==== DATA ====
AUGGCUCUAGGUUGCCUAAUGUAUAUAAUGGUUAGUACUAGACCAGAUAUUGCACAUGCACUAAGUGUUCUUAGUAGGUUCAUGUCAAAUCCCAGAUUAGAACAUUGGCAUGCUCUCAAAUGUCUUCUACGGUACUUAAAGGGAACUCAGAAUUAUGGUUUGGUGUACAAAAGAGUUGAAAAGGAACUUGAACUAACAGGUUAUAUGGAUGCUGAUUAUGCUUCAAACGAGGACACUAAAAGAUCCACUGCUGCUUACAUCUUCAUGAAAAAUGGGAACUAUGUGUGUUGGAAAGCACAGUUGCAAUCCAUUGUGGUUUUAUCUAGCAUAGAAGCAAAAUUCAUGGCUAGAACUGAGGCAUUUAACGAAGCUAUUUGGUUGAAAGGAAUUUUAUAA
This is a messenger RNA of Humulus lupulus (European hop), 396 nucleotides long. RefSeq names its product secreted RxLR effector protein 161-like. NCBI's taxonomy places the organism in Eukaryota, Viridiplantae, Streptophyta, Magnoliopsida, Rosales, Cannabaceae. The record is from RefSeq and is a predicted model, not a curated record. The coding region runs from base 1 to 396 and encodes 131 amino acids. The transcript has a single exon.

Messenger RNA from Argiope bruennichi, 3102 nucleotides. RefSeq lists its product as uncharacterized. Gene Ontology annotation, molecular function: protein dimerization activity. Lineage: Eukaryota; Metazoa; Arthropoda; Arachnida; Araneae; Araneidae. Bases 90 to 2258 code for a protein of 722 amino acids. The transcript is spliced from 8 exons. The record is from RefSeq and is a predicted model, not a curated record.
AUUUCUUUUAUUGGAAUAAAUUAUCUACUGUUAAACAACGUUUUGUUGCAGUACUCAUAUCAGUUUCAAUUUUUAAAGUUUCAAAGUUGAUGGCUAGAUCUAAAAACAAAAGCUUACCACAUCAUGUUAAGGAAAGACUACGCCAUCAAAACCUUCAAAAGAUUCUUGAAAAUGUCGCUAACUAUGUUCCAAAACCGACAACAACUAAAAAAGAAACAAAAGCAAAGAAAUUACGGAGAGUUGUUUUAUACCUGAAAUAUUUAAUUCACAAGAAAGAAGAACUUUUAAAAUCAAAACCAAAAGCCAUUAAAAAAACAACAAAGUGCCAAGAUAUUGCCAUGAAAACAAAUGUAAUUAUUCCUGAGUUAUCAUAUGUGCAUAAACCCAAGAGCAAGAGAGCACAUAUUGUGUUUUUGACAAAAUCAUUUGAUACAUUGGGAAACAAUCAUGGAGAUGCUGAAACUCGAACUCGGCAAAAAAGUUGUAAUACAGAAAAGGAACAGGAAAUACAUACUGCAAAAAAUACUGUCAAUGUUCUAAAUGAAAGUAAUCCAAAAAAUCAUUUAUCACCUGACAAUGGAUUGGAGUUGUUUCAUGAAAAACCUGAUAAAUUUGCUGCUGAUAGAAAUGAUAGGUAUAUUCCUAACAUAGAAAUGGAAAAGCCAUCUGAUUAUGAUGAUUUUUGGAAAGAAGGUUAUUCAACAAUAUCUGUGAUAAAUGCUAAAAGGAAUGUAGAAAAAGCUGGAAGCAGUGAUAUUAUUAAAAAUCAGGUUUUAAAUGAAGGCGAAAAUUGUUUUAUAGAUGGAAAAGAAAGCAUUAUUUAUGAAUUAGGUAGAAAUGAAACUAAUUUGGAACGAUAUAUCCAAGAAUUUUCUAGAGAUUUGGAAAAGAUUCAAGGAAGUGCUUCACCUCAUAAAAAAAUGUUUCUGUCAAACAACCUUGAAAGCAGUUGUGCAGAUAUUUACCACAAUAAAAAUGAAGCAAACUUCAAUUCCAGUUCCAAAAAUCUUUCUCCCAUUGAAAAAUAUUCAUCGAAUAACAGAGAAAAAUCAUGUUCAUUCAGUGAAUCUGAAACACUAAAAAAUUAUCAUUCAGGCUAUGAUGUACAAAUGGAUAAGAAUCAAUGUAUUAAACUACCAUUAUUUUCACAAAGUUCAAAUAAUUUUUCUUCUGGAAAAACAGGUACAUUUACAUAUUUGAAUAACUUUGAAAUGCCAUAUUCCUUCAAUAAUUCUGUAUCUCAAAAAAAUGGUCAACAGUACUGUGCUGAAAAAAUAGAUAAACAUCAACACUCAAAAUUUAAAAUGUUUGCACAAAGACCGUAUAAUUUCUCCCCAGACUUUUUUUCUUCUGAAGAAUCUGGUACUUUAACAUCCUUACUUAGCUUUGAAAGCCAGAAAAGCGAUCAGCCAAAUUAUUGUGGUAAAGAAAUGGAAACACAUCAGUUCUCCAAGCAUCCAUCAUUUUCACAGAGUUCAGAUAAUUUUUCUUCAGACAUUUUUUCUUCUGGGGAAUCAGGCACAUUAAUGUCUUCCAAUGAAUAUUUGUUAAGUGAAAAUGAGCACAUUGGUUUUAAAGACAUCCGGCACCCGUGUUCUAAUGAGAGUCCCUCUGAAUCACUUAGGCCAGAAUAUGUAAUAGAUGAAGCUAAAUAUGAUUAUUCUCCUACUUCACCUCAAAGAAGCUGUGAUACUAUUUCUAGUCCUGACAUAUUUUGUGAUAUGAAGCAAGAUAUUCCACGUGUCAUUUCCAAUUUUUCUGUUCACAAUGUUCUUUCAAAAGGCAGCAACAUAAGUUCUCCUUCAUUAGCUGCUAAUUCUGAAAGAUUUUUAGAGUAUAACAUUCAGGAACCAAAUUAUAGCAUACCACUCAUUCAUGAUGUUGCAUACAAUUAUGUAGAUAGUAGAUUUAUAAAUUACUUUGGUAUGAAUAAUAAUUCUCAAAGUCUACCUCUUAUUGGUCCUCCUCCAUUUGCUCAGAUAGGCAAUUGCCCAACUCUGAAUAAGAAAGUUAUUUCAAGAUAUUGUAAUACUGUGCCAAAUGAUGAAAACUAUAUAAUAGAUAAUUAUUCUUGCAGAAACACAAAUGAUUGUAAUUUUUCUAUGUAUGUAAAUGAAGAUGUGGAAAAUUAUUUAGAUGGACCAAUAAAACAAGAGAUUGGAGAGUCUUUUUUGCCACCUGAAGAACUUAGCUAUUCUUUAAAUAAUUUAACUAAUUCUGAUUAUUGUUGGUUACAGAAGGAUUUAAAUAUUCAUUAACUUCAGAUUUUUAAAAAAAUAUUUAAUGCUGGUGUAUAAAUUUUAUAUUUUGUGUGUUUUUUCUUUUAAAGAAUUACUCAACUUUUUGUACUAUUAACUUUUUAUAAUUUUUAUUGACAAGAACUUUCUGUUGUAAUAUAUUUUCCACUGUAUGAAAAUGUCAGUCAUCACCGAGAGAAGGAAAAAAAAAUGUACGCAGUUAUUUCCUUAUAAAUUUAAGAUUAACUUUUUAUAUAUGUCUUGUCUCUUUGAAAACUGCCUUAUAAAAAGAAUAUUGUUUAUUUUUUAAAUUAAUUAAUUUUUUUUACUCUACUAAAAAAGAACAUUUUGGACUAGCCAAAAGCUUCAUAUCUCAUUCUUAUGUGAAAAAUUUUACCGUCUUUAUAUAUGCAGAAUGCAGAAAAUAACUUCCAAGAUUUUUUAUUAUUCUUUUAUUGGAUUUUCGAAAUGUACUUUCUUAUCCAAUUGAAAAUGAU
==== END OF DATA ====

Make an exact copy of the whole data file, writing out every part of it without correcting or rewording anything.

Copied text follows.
AUGGCUCUAGGUUGCCUAAUGUAUAUAAUGGUUAGUACUAGACCAGAUAUUGCACAUGCACUAAGUGUUCUUAGUAGGUUCAUGUCAAAUCCCAGAUUAGAACAUUGGCAUGCUCUCAAAUGUCUUCUACGGUACUUAAAGGGAACUCAGAAUUAUGGUUUGGUGUACAAAAGAGUUGAAAAGGAACUUGAACUAACAGGUUAUAUGGAUGCUGAUUAUGCUUCAAACGAGGACACUAAAAGAUCCACUGCUGCUUACAUCUUCAUGAAAAAUGGGAACUAUGUGUGUUGGAAAGCACAGUUGCAAUCCAUUGUGGUUUUAUCUAGCAUAGAAGCAAAAUUCAUGGCUAGAACUGAGGCAUUUAACGAAGCUAUUUGGUUGAAAGGAAUUUUAUAA
This is a messenger RNA of Humulus lupulus (European hop), 396 nucleotides long. RefSeq names its product secreted RxLR effector protein 161-like. NCBI's taxonomy places the organism in Eukaryota, Viridiplantae, Streptophyta, Magnoliopsida, Rosales, Cannabaceae. The record is from RefSeq and is a predicted model, not a curated record. The coding region runs from base 1 to 396 and encodes 131 amino acids. The transcript has a single exon.

Messenger RNA from Argiope bruennichi, 3102 nucleotides. RefSeq lists its product as uncharacterized. Gene Ontology annotation, molecular function: protein dimerization activity. Lineage: Eukaryota; Metazoa; Arthropoda; Arachnida; Araneae; Araneidae. Bases 90 to 2258 code for a protein of 722 amino acids. The transcript is spliced from 8 exons. The record is from RefSeq and is a predicted model, not a curated record.
AUUUCUUUUAUUGGAAUAAAUUAUCUACUGUUAAACAACGUUUUGUUGCAGUACUCAUAUCAGUUUCAAUUUUUAAAGUUUCAAAGUUGAUGGCUAGAUCUAAAAACAAAAGCUUACCACAUCAUGUUAAGGAAAGACUACGCCAUCAAAACCUUCAAAAGAUUCUUGAAAAUGUCGCUAACUAUGUUCCAAAACCGACAACAACUAAAAAAGAAACAAAAGCAAAGAAAUUACGGAGAGUUGUUUUAUACCUGAAAUAUUUAAUUCACAAGAAAGAAGAACUUUUAAAAUCAAAACCAAAAGCCAUUAAAAAAACAACAAAGUGCCAAGAUAUUGCCAUGAAAACAAAUGUAAUUAUUCCUGAGUUAUCAUAUGUGCAUAAACCCAAGAGCAAGAGAGCACAUAUUGUGUUUUUGACAAAAUCAUUUGAUACAUUGGGAAACAAUCAUGGAGAUGCUGAAACUCGAACUCGGCAAAAAAGUUGUAAUACAGAAAAGGAACAGGAAAUACAUACUGCAAAAAAUACUGUCAAUGUUCUAAAUGAAAGUAAUCCAAAAAAUCAUUUAUCACCUGACAAUGGAUUGGAGUUGUUUCAUGAAAAACCUGAUAAAUUUGCUGCUGAUAGAAAUGAUAGGUAUAUUCCUAACAUAGAAAUGGAAAAGCCAUCUGAUUAUGAUGAUUUUUGGAAAGAAGGUUAUUCAACAAUAUCUGUGAUAAAUGCUAAAAGGAAUGUAGAAAAAGCUGGAAGCAGUGAUAUUAUUAAAAAUCAGGUUUUAAAUGAAGGCGAAAAUUGUUUUAUAGAUGGAAAAGAAAGCAUUAUUUAUGAAUUAGGUAGAAAUGAAACUAAUUUGGAACGAUAUAUCCAAGAAUUUUCUAGAGAUUUGGAAAAGAUUCAAGGAAGUGCUUCACCUCAUAAAAAAAUGUUUCUGUCAAACAACCUUGAAAGCAGUUGUGCAGAUAUUUACCACAAUAAAAAUGAAGCAAACUUCAAUUCCAGUUCCAAAAAUCUUUCUCCCAUUGAAAAAUAUUCAUCGAAUAACAGAGAAAAAUCAUGUUCAUUCAGUGAAUCUGAAACACUAAAAAAUUAUCAUUCAGGCUAUGAUGUACAAAUGGAUAAGAAUCAAUGUAUUAAACUACCAUUAUUUUCACAAAGUUCAAAUAAUUUUUCUUCUGGAAAAACAGGUACAUUUACAUAUUUGAAUAACUUUGAAAUGCCAUAUUCCUUCAAUAAUUCUGUAUCUCAAAAAAAUGGUCAACAGUACUGUGCUGAAAAAAUAGAUAAACAUCAACACUCAAAAUUUAAAAUGUUUGCACAAAGACCGUAUAAUUUCUCCCCAGACUUUUUUUCUUCUGAAGAAUCUGGUACUUUAACAUCCUUACUUAGCUUUGAAAGCCAGAAAAGCGAUCAGCCAAAUUAUUGUGGUAAAGAAAUGGAAACACAUCAGUUCUCCAAGCAUCCAUCAUUUUCACAGAGUUCAGAUAAUUUUUCUUCAGACAUUUUUUCUUCUGGGGAAUCAGGCACAUUAAUGUCUUCCAAUGAAUAUUUGUUAAGUGAAAAUGAGCACAUUGGUUUUAAAGACAUCCGGCACCCGUGUUCUAAUGAGAGUCCCUCUGAAUCACUUAGGCCAGAAUAUGUAAUAGAUGAAGCUAAAUAUGAUUAUUCUCCUACUUCACCUCAAAGAAGCUGUGAUACUAUUUCUAGUCCUGACAUAUUUUGUGAUAUGAAGCAAGAUAUUCCACGUGUCAUUUCCAAUUUUUCUGUUCACAAUGUUCUUUCAAAAGGCAGCAACAUAAGUUCUCCUUCAUUAGCUGCUAAUUCUGAAAGAUUUUUAGAGUAUAACAUUCAGGAACCAAAUUAUAGCAUACCACUCAUUCAUGAUGUUGCAUACAAUUAUGUAGAUAGUAGAUUUAUAAAUUACUUUGGUAUGAAUAAUAAUUCUCAAAGUCUACCUCUUAUUGGUCCUCCUCCAUUUGCUCAGAUAGGCAAUUGCCCAACUCUGAAUAAGAAAGUUAUUUCAAGAUAUUGUAAUACUGUGCCAAAUGAUGAAAACUAUAUAAUAGAUAAUUAUUCUUGCAGAAACACAAAUGAUUGUAAUUUUUCUAUGUAUGUAAAUGAAGAUGUGGAAAAUUAUUUAGAUGGACCAAUAAAACAAGAGAUUGGAGAGUCUUUUUUGCCACCUGAAGAACUUAGCUAUUCUUUAAAUAAUUUAACUAAUUCUGAUUAUUGUUGGUUACAGAAGGAUUUAAAUAUUCAUUAACUUCAGAUUUUUAAAAAAAUAUUUAAUGCUGGUGUAUAAAUUUUAUAUUUUGUGUGUUUUUUCUUUUAAAGAAUUACUCAACUUUUUGUACUAUUAACUUUUUAUAAUUUUUAUUGACAAGAACUUUCUGUUGUAAUAUAUUUUCCACUGUAUGAAAAUGUCAGUCAUCACCGAGAGAAGGAAAAAAAAAUGUACGCAGUUAUUUCCUUAUAAAUUUAAGAUUAACUUUUUAUAUAUGUCUUGUCUCUUUGAAAACUGCCUUAUAAAAAGAAUAUUGUUUAUUUUUUAAAUUAAUUAAUUUUUUUUACUCUACUAAAAAAGAACAUUUUGGACUAGCCAAAAGCUUCAUAUCUCAUUCUUAUGUGAAAAAUUUUACCGUCUUUAUAUAUGCAGAAUGCAGAAAAUAACUUCCAAGAUUUUUUAUUAUUCUUUUAUUGGAUUUUCGAAAUGUACUUUCUUAUCCAAUUGAAAAUGAU